1. Limited time only! Sign up for a free 30min personal tutor trial with Chegg Tutors
    Dismiss Notice
Dismiss Notice
Join Physics Forums Today!
The friendliest, high quality science and math community on the planet! Everyone who loves science is here!

UV and irradiance

  1. Aug 13, 2009 #1
    Dear forum members,

    I would like to ask some help regarding irradiance calculation. I am a high school student doing a project in biology in which I expose drosophila m. (fruit flies) to UVA radiation and I would like to mention in my paper the actual dose that was used.

    I know that... UV dose (J/m^2) = W/m^2 x s

    W/m^2 refers to irradiance, this is the formula that I found for calculating it:

    E= dΦ / d Ad

    1. Ad is the area which is exposed to the radiation.
    What does the d in front of Ad stand for?

    dΦ = E0 cosθ d Ad

    So, the formula above is the radiation intensity (W)...

    2. E0 is the irradiance of light incident upon material, how do I calculate that?

    From here I found the information: http://metrology.hut.fi/courses/S-108.4110/2007/RADIOMETRIA.pdf (on the 5th page)


    Original Philips UVA
    Type HP3147/A
    220V ~ 50 Hz 75W

    Thank you for any advice and help!
  2. jcsd
  3. Aug 13, 2009 #2


    User Avatar

    W/m2 means energy over a certain surface ( which in the case of a fruit fly is less than 1.5 mm2 )

    Energy is computed by power and distance ( from source to target) with the illusive reflectivity taking it's tole.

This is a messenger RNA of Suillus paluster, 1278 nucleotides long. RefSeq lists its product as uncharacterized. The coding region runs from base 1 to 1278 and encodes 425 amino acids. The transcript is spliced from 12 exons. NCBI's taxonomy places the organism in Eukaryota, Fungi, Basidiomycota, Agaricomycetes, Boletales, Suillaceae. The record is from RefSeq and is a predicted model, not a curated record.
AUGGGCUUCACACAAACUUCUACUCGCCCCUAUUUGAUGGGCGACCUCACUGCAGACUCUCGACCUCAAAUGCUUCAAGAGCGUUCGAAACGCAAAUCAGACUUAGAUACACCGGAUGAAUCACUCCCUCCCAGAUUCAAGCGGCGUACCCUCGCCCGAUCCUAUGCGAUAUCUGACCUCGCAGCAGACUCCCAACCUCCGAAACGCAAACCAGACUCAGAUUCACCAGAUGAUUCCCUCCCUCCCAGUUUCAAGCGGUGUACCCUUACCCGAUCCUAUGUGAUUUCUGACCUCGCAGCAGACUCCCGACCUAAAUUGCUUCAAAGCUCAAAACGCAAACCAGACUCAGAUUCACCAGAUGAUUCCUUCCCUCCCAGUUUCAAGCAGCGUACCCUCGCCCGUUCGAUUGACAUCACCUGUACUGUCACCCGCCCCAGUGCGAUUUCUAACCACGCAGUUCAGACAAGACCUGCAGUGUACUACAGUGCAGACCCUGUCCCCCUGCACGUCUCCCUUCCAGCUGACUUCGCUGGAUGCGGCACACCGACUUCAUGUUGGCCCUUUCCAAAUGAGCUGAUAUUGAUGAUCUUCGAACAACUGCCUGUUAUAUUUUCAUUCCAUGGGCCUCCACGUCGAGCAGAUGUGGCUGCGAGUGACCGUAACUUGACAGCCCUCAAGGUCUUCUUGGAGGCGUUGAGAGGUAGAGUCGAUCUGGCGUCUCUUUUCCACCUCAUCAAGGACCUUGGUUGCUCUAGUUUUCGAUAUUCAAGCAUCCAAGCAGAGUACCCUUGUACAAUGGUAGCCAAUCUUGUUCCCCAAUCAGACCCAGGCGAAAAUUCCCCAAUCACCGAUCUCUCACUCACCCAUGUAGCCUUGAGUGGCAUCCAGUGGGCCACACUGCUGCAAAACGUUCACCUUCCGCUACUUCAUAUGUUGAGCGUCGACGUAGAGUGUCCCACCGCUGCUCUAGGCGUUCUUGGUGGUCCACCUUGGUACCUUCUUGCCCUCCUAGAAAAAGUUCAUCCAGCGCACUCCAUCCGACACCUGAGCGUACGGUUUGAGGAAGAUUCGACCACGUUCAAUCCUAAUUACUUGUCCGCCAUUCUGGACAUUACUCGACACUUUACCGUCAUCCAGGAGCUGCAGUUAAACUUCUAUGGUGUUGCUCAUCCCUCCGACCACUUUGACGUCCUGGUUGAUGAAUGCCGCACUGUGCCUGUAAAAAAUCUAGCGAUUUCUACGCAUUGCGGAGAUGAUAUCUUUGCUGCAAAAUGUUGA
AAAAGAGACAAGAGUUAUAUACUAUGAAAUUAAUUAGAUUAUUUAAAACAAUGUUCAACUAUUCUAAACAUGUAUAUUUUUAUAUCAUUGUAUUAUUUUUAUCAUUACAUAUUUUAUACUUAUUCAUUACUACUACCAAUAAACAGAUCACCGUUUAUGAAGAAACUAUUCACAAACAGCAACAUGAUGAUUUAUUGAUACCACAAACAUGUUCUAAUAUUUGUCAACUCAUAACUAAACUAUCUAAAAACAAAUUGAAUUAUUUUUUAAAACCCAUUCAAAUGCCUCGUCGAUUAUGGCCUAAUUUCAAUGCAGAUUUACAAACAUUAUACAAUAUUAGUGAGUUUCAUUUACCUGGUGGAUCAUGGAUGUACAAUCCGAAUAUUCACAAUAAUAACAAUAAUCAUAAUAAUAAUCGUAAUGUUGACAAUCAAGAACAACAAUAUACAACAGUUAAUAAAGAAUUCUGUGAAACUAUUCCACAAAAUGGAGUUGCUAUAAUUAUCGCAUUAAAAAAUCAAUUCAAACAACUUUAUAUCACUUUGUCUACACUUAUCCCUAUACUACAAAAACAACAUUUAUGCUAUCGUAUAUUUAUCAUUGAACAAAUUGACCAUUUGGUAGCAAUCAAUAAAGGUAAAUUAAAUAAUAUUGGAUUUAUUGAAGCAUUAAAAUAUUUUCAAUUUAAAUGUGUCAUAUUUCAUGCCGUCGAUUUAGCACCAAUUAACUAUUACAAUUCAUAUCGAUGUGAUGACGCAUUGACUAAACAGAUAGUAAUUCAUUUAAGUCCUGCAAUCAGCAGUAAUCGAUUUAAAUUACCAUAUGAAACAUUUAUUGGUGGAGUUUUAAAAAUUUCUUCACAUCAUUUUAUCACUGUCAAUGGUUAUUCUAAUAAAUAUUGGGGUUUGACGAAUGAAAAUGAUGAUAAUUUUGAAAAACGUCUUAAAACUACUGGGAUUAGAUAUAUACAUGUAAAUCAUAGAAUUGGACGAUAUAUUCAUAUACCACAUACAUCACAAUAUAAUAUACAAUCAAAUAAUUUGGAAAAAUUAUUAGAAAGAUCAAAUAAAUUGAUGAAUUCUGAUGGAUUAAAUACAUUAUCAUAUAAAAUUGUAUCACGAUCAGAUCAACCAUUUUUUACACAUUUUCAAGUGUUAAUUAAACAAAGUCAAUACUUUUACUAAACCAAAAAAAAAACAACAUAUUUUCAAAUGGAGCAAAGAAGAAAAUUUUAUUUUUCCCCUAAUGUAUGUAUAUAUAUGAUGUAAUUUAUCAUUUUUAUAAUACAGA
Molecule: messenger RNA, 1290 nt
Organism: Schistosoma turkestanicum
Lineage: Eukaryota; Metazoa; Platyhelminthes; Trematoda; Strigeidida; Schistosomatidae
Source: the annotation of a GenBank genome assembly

4. Aug 15, 2009 #3

    Andy Resnick

    User Avatar
    Science Advisor
    Education Advisor

    The first formula is the definition of irradiance (also emittance and excitance), where 'Φ' is the flux and Ad is the projected area- loosely speaking, the amount of area that is perpendicular to the flux. That's where the 'cosθ' term comes from in the second formula- a flat surface perpendicular to the flux has the same projected area, but a surface parallel to the flux has zero projected area. The extra 'd's indicate the expression is in terms of differential areas (which is important if the surface is curved, for example).

    This is not sufficient information to calculate the irradiance. It's not enough to know the power of the bulb, one must know the *emitted* power in the waveband of interest and the geometry of the lighting situation. Phillips (or Osram, another manufacturer) can tell you how much light (in your waveband of interest) the bulb gives off, but you need to know what the projected area of your sample is.

    Another wrinkle- if your source is a fluorescent bulb (long and thin, not like a short arc or an incandescent), and if there are optical elements that refract or reflect some of the light toward your sample, you need to first calculate how much flux is passing through your sample plane. The rough calculation is fairly simple- what fraction of the total output is directed at your sample is usually sufficient- and if the illumination is fairly uniform, that simplifies the calculation even more.

    Hope this helps...
  5. Dec 14, 2010 #4
    So, if I want to calculate the UV-B irradiance, I need to consider the sum the irradiance from 290-315 nm?
Share this great discussion with others via Reddit, Google+, Twitter, or Facebook